You may have heard scary headlines concerning Rottweilers from time to time, but you may have also heard claims from people who own them describing how friendly and loving they are. Is the Rottweiler a beast who eats kittens for breakfast or a friendly children's book character?
Equipped with an inherent desire to protect home and family, Rottweilers may take the guardian role very seriously, especially when left outdoors with the responsibility of protecting property. This may lead to territorial aggressive displays and legal liabilities; indeed, a Rottweiler in a car or behind a fence is "on duty" and should be taken very seriously. Rottweiler owners must properly introduce strangers before welcoming them into the home, according to the American Kennel Club. While this breed reacts to his surroundings with great alertness, the standard calls for a wait-and-see attitude; basically, Rottweilers should ideally "think" before reacting to stimuli in their environment.
There is a very good reason why Rottweilers are not for everyone. Equipped with an aloof attitude and protective instinct, this is a serious breed that requires loads of training and socialization so they can differentiate friend from foe. Without careful socialization, Rottweilers may become suspicious of everyone, dog trainer and author Michele Welton explains. By standard, a Rottweiler should be aloof and typically not lend himself to immediate and indiscriminate friendships. However, many Rottweilers have minimal protective instincts and can be silly cuddle bugs who literally love everyone and are eager to "lick people to death."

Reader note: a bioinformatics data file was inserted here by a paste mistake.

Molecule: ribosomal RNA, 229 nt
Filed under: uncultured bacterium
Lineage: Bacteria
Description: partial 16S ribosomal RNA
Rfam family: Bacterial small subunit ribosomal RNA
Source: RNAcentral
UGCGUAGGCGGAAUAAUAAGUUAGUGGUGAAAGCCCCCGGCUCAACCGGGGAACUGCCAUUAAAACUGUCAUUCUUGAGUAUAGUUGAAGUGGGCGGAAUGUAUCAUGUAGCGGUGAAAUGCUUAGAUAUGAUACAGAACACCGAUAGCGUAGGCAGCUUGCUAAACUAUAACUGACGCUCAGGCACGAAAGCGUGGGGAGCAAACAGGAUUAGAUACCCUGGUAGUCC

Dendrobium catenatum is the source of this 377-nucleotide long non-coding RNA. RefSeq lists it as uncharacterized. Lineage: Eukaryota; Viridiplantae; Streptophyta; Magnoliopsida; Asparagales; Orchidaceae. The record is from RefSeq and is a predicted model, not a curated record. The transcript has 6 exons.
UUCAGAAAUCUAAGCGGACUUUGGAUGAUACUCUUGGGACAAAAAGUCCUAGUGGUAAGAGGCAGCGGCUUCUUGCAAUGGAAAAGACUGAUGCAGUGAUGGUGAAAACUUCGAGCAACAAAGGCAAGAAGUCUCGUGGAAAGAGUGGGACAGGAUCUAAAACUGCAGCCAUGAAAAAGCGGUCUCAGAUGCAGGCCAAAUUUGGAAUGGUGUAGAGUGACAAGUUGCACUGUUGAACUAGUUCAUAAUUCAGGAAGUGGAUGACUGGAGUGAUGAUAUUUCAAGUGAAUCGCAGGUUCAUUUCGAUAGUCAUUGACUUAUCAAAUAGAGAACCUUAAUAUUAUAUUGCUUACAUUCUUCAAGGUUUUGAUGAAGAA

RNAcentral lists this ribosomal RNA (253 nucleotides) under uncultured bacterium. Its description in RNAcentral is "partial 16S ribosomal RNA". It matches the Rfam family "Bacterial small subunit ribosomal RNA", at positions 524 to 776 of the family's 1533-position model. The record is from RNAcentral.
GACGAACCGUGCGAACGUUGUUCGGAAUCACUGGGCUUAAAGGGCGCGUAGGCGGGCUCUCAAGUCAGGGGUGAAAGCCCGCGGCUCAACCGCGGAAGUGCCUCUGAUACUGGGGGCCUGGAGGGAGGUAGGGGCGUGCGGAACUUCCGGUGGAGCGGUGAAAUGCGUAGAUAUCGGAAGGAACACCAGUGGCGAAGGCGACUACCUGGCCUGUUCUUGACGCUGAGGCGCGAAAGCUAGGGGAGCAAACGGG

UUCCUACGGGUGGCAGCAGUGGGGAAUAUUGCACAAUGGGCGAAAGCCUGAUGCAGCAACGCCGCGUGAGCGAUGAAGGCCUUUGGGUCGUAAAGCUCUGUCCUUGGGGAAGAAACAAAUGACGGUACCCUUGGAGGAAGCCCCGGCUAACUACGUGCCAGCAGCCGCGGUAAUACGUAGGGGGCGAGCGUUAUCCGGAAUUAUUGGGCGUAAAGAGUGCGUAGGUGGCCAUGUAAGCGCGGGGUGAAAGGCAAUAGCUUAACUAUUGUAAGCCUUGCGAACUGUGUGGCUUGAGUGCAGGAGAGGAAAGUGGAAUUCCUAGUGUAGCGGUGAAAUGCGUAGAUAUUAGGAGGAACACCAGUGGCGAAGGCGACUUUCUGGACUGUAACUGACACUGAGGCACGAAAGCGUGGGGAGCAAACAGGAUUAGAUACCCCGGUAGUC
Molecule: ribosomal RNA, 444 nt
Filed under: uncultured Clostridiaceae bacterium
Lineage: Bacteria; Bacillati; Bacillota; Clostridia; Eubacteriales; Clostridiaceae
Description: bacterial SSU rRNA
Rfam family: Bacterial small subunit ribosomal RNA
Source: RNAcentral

Rottweilers can be at times party-poopers at the dog park. While some dogs love to party and mingle with other dogs, some Rottweilers prefer to be left alone and may not tolerate unruly behaviors by the average hyper Labrador or golden retriever. Several Rottweilers are not dog park material, and this holds for the most part true once they reach social maturity. Some may tolerate dogs of the opposite sex but may react aggressively to same-sex dogs. An aggressive or belligerent attitude towards other dogs in this breed should not be faulted, according to the American Kennel Club standard.
So are Rottweilers the vicious animals media headlines portray or are they happy, family dogs? Just as with any other breed of dogs, the predisposition towards aggression in Rottweilers boils down to genes and individual temperament. Many Rottweilers are blessed with an outstanding temperament and have proudly become service dogs and therapy dogs, while on a darker side, several have been ruined by indiscriminate breeders and neglectful owners. When bred by ethical breeders and placed in homes with owners willing to provide loads and socialization and training, a Rottweiler should adhere to the General German Rottweiler Club standard which calls for a "good-natured dog, placid in basic disposition and fond of children."
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